Model of Normothermic Long-term Cardiopulmonary Bypass in Swine Weighing More than Eighty Kilograms
Source: Comparative Medicine, Volume 52, Number 2, April 2002 , pp. 117-121(5)
Abstract:Purpose: Swine models have been used to study cardiovascular disease, cardiac physiology, and transplantation, and have been associated with problems, such as friability of certain organs, anesthesia difficulties, ventricular fibrillation, and edema. We describe a stable model of extended cardiopulmonary bypass (up to 22 h) in swine weighing > 80 kg to be used as a research model.
Methods: Swine (n = 5, 88 ± 6 kg) had both femoral arteries cannulated and after open sternotomy, a two-stage venous catheter was placed in the right atrium/caudal vena cava. The circuit was primed with four parts blood and one part 0.9% NaCl.
Results: Cardiopulmonary bypass was maintained for 10 to 22 h, with the following parameters measured at beginning/middle/end: heart rate, 108 to 134 beats per minute; hematocrit, 30 to 38%; glucose concentration, 4 to 11 mmol/L; lactate concentration 6 to 7 mmol/L; pH 7.4 to 7.5; pCO2, 35 to 38 mmHg; pO2, 197-228 mmHg; HCO−3, 21 to 25 mmol/L; base excess, −3 to +2; and total urine output, 425 to 1,600 ml.
Conclusions: Factors responsible for the success of this model include a higher oxygen concentration on initiation of cardiopulmonary bypass (567 ± 54 mmHg), maintenance of appropriate hematocrit, and use of non-citrated blood-crystalloid prime. The results indicate a stable model of normothermic long-term cardiopulmonary bypass in swine that allows researchers a longer opportunity for further exploration of relevant research issues.
Document Type: Research Article
Affiliations: 1: Department of Surgery and Physiology, University of Toronto, Medical Sciences Building, Room 7256, 1 King's College Circle, Toronto, Ontario, Canada M5S 1A8 2: Sunnybrook Health Science Center, Toronto, Ontario, Canada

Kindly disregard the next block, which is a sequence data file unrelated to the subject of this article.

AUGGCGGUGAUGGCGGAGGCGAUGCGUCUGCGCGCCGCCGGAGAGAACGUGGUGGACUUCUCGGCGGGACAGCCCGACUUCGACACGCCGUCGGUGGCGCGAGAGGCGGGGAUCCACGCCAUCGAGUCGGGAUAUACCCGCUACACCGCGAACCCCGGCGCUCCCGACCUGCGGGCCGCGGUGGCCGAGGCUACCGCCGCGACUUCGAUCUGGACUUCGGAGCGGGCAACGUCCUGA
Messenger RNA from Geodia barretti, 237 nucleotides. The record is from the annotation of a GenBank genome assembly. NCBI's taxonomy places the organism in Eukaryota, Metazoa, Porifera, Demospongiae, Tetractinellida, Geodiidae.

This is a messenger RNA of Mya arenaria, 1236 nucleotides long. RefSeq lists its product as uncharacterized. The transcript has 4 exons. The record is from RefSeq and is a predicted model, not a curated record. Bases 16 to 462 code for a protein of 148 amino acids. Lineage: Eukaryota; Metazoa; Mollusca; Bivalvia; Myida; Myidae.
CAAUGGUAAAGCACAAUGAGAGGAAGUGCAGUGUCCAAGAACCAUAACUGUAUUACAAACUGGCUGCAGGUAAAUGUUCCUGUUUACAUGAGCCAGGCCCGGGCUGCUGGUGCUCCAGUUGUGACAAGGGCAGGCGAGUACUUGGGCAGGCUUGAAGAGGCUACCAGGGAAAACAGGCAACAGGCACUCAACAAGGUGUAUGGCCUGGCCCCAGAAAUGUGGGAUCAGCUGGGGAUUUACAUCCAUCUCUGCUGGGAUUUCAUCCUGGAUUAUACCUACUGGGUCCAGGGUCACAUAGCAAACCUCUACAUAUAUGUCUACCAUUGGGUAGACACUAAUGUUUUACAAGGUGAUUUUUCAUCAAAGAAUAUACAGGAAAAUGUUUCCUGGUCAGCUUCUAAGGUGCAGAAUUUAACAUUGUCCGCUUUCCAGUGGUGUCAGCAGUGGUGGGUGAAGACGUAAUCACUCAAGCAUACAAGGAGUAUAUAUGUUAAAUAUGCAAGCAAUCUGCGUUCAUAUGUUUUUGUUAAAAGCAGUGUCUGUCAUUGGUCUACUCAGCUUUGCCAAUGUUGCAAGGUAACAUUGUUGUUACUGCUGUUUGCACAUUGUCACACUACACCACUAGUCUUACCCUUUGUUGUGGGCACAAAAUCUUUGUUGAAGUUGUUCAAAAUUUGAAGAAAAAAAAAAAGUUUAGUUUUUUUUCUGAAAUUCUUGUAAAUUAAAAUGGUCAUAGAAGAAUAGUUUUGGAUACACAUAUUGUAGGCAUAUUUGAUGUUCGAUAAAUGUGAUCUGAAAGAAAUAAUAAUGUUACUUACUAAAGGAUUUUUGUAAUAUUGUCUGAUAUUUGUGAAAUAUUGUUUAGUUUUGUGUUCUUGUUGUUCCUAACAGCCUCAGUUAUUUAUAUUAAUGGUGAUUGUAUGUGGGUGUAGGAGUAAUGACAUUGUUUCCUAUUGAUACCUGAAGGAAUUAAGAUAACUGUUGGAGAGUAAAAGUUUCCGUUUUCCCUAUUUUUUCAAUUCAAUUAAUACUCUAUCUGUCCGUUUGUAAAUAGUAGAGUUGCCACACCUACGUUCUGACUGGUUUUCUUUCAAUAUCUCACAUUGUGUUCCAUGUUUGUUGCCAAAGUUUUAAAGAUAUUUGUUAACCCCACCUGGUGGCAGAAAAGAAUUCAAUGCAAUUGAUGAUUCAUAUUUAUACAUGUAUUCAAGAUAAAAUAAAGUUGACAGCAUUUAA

Publication date: April 1, 2002
- Comparative Medicine (CM), an international journal of comparative and experimental medicine, is the leading English-language publication in the field and is ranked by the Science Citation Index in the upper third of all scientific journals. The mission of CM is to disseminate high-quality, peer-reviewed information that expands biomedical knowledge and promotes human and animal health through the study of laboratory animal disease, animal models of disease, and basic biologic mechanisms related to disease in people and animals.
Attention Members: To access the full text of the articles, be sure you are logged in to the AALAS website.
Attention: please note, due to a temporary technical problem, reference linking within the content is not available at this time
- Editorial Board
- Information for Authors
- Submit a Paper
- Subscribe to this Title
- Membership Information
- Information for Advertisers
- For issues prior to 1998
- Institutional Subscription Activation
- ingentaconnect is not responsible for the content or availability of external websites